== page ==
“Although the crew had intended to transfer control of only the propellers to the lee helm, video footage … showed that, at 05:20:39, the mode of steering changed from backup manual to computer-assisted manual, and control of steering changed from the helm to the lee helm station,” the report said.

McCain began turning to port as its rudders moved from 3 degrees starboard to 0 degrees. The turn accelerated after crew ordered the speed reduced to 10 knots. The port engine slowed to 44 rpm, but the starboard engine remained at 87 rpm.

Steering control bounced back and forth between the wheelhouse and aft controls over 26 seconds starting at 0523. While in aft control, the rudder was briefly moved hard to port, further accelerating the ship’s turn toward Alnic MC. McCain’s wheelhouse crew got control of the steering system and moved the rudders to starboard less than a minute before the collision, but by then it was too late.

A large red override button on the bridge control system that would have restored steering controls to the main helm station was never pressed. Crew did not fully understand how it worked, instead believing it sent steering controls to an aft station.

USS John S. McCain is loaded onto the heavy-lift ship M/V Treasure on Oct. 11, 2017, to be taken to Navy fleet facilities in Yokosuka, Japan, for repairs.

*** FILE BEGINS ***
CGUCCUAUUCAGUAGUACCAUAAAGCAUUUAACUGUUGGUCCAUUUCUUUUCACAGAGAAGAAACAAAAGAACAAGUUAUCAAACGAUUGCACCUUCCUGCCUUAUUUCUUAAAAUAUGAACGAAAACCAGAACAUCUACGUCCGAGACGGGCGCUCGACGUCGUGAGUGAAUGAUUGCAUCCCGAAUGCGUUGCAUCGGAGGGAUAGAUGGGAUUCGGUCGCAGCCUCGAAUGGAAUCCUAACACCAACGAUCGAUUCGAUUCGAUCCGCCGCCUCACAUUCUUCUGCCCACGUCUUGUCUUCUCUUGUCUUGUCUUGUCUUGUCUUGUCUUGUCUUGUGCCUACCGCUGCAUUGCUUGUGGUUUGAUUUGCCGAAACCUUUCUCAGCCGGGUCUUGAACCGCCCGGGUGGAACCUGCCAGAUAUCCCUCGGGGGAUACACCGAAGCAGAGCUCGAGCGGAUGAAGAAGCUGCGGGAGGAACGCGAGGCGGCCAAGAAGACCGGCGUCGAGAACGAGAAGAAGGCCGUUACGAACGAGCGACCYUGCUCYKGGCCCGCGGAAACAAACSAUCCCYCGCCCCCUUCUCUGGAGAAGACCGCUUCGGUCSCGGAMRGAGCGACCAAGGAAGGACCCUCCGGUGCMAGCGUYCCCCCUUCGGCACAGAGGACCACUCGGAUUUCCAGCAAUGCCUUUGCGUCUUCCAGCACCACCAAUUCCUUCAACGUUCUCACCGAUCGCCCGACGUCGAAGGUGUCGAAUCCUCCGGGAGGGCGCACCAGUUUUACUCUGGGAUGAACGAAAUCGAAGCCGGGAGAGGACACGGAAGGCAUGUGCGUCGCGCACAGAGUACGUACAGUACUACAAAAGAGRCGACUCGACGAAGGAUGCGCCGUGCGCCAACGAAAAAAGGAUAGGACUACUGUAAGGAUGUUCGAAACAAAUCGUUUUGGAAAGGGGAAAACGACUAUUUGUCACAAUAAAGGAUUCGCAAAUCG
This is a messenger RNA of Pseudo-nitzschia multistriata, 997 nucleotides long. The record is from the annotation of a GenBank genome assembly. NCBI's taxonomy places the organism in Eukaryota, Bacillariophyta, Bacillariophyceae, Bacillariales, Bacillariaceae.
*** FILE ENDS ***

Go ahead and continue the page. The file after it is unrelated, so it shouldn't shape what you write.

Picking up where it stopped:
U.S. Navy photo

The master aboard Alnic MC noticed McCain turning in the tanker’s direction but initially believed the destroyer would pass in front of his ship. He reduced speed to half ahead when a collision appeared likely, and the tanker struck the warship bow-first at about 9.5 knots. The vessels never communicated via radio before the collision.

“When the vessels collided, the Alnic MC’s bulbous bow opened a 28-foot-diameter hole in the John S. McCain’s hull, above and below the waterline, resulting in significant structural and flooding damage to several spaces, including crew berthing,” the NTSB report said.

Investigators learned fatigue likely affected many key personnel on McCain’s bridge. The lee helmsman reported he did not sleep the night before the collision, while the conning officer had three hours of sleep. Several other officers on deck had about four hours of sleep, while the commanding officer and executive officer had five hours and four hours of sleep, respectively, that they both described as “poor.” The average sleep for the 14 crew in the wheelhouse was 4.9 hours in the previous 24 hours.

Shifting watch schedules likely contributed to fatigue. “Following the accident, the Navy mandated ‘circadian watchbill’ schedules that followed set watch times each day,” the report said.

Since the incident, the Navy has undergone comprehensive training, maintenance and certification reviews, and a crew readiness assessment for ships like McCain based in Japan. The service also has emphasized maritime skills and seamanship training for surface warfare officers.

The NTSB recommended highlighting the importance of VHF radio use for Navy crews and aligning Navy sleep standards with international protocols. It also suggested additional training for helmsmen.

A Navy spokesman requested questions about the NTSB findings via email but did not respond to them by press time.

By Professional Mariner Staff